RMRC Pro-1200 5" FPV DVR w/5.8GHz Receiver with Race Band Review

Review by Adrian Apodaca, RealRCReviews Owner

Features:

Display: 5-inch display screen (800X480).

Wireless Receiving: Built-in 5.8GHz receiver module.

Channel Switch:Supports 40 channels,With auto channel scan

Antenna: 5.8GHz SMA antenna assures excellent wireless receiving.

Recording: Supports seamless cycle and continuous video from wired/wireless cameras.

Photo:Supports function of taking pictures either from wired or wireless cameras.

AV IN:TV-IN [NTSC / PAL].

AV OUT:[NTSC / PAL].

Battery:Built-in 3200mAh high capacity Li-battery.

Speaker: Built-in speaker.

Storage: Supports up to 32GB TF card. (MICRO SD)

Language: Supports multiple languages.

Supports Power-saving Mode: automatic shutdown, automatic off-screen.

Automatic upgrade: Supports system automatic upgrade.

Sunshade Cover Provided: Video screen can be viewed clearly outside.

Screw-socket: 1/4-20 threaded base

 

Pros:

- Great resolution and bright screen

- Autoscan feature for finding channel

- 40 channel receiver

- Comes with sun shade

- Threaded base for tripod use

- Easy to navigate menus

- Internal battery

- Great for spectators

- Useful in setting up OSD

- Extremely easy to use.

 

Cons:

- No diversity

Summary:

I'm going to keep this review short as we are just talking about a video screen with a built in receiver and DVR. I decided to get this screen when I had the first gen HeadPlay headset. It didn't have a way of recording footage, so I figured I'd get a DVR. Most DVRs I found didn't have a screen on them so you really didn't know how well your video feed was coming in if at all. I shopped around for a bit, and I decided on the Pro 1200 from RMRC. I saw a few OEM products that looked similar, but I have trusted RMRC since I started buying from them. It's a great site and their customer service is solid.

 

Unboxing:

Again, it's a screen, so nothing exciting about unboxing.  It does come with everything you could possible need to start viewing your FPV feed and recording it if you want, though you do indeed need to provide your own SD card. Also, it comes with a whip antenna, but when I do FPV, I like to having matching antenna on both the aircraft and goggles or screen. I usually end up using my bluebeam mushroom. Pretty much and antenna will be a nice upgrade to the stock antenna.

 

Set Up:

Setting up is a breeze. Charge it up, stick your SD card in and fire up your aircraft. You can either manually find your channel, or you can use the autoscan feature which finds the strongest signal coming to it to make sure it is connecting to your goggles. This is what I use when I use this screen as I often fly FPV alone. If you are flying with other FPV guys, you'll want to manually find your channel. Other than that, like many LCD screens, there are menus for changing brightness or tint etc. All easy to navigate. You can even view your videos directly on the screen after you have recorded them. This is a great feature.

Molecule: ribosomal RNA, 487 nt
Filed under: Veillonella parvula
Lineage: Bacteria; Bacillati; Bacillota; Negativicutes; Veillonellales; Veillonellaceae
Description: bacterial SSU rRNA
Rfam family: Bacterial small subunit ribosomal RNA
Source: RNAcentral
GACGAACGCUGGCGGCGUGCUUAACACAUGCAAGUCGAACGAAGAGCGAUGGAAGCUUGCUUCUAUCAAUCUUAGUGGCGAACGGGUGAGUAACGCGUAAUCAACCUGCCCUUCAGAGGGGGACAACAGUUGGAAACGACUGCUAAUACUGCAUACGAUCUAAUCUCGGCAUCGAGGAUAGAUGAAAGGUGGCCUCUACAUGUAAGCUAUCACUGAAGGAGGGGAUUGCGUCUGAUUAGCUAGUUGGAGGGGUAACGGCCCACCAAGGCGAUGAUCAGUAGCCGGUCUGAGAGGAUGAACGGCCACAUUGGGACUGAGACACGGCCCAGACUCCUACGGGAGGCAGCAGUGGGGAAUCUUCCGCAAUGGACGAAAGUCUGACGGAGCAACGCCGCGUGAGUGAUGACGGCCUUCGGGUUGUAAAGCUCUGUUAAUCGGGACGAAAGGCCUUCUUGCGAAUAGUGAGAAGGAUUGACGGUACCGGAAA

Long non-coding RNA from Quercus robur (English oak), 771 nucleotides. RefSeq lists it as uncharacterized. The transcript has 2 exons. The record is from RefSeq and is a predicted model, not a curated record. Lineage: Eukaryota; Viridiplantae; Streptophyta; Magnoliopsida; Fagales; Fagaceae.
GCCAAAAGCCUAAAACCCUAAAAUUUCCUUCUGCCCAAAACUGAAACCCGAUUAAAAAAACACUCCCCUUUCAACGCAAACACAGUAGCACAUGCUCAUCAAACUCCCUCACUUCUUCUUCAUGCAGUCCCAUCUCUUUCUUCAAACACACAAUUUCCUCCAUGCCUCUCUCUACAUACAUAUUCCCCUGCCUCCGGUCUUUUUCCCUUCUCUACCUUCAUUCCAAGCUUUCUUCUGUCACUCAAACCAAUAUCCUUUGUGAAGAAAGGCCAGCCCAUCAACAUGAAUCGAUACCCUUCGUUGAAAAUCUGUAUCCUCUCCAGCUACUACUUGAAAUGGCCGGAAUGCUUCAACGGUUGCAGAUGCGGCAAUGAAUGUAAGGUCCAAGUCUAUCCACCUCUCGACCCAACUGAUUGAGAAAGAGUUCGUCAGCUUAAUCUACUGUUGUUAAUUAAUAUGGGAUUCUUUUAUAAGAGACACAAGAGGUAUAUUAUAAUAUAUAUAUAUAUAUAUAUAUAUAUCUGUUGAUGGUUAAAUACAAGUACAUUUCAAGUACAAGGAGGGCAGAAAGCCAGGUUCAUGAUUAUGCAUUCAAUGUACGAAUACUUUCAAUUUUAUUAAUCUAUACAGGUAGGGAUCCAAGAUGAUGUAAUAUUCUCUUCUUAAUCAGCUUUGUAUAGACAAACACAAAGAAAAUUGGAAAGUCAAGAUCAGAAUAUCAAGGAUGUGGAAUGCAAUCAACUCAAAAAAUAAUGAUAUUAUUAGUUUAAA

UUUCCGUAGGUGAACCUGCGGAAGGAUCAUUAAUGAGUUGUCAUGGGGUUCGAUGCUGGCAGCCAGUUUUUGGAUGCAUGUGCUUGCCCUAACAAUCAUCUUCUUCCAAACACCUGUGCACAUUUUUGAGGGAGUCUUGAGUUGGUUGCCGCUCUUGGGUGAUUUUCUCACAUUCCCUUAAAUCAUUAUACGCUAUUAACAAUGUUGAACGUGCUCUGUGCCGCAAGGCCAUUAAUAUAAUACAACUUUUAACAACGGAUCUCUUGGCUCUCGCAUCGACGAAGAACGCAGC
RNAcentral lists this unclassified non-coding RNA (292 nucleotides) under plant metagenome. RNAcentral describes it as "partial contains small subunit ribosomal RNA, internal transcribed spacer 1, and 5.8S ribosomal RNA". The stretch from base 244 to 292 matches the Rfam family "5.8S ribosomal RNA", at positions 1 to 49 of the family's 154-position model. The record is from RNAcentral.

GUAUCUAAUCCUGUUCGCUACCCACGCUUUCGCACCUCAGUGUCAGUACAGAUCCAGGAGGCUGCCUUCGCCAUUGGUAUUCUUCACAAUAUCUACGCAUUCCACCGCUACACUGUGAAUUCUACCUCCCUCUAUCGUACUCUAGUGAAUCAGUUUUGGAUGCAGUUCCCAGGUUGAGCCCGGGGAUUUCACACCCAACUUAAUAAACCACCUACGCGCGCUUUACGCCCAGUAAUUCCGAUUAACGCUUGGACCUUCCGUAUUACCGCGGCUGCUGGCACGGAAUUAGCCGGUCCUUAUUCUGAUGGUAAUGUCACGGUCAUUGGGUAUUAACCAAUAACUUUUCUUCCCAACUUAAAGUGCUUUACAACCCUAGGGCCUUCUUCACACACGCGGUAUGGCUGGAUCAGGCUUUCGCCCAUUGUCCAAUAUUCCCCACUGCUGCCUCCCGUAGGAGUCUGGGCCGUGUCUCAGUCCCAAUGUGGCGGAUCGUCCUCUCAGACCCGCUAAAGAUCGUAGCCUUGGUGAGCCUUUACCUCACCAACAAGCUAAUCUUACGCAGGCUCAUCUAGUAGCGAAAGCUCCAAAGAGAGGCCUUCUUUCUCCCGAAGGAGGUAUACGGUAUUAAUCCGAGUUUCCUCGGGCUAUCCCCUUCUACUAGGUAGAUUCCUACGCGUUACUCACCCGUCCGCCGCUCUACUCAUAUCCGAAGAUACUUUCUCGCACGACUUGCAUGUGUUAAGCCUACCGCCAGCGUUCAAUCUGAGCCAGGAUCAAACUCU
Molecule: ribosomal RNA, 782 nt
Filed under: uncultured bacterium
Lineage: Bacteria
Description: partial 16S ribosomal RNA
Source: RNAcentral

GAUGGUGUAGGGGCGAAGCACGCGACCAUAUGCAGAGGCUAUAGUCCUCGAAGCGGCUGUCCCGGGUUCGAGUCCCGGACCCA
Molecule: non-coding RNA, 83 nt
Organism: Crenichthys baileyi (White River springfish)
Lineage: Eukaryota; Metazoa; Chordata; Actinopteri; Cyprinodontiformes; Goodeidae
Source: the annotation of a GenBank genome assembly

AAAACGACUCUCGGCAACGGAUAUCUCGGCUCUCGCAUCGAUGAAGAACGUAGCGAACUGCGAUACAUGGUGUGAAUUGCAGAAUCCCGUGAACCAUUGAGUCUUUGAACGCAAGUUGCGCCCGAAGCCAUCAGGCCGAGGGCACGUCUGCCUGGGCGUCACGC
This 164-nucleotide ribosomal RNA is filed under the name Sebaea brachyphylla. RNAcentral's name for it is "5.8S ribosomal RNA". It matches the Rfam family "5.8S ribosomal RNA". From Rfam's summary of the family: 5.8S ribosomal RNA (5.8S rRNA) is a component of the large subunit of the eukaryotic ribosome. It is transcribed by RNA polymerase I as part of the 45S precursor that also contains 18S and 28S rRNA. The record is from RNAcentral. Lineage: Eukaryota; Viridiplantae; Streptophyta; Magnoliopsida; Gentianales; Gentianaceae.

Flying:

While I am not one to fly just looking at a screen, I have seen people do it. The threaded base would allow you to mount it to a tripod and the sunshade would help you see the action. I generally use this screen when I want FPV footage when I am not actually flying FPV or when I am flying a micro aircraft that doesn't have the power to carry an HD camera. It is also a great item to have around when you have spectators that want to see your FPV feed. The screen allows them to pass it around versus sticking their heads into someone's headset.

 

I think at the end of the day, I use this screen most often when I am setting up a new plane or quad and I want to adjust the settings on my OSDs without putting my goggles on and off over and over again. This makes OSD set-ups super easy. It also helps focus cameras as it is easier to fine tune focus looking at a larger screen with good resolution.

 

Conclusion:

The Pro-1200 is an FPV device that pretty much any FPV guy/gal will want to have in their backpack. You'll always find a use for it. Heck, you can even connect it to an old VCR and make digital files from your VHS tapes. I keep finding more and more uses for it. You won't be disappointed if you buy this just as a tool to use the way I do, but also, if you want to dip your toes into the FPV world, this is a good way to get started and something you can hold onto once you have graduated to a full on FPV headset. Even though I now use a the HeadPlay V2s and Dominator HD3s, I still always take my Pro-1200 to the field just in case we have spectators or I need to do any last minute OSD changes or video feed testing. The video below is just some of the footage from my neighborhood. The static is not the screens fault, my neighborhood has TONS of interference. When I use it at the field, the feed is super clear.

 

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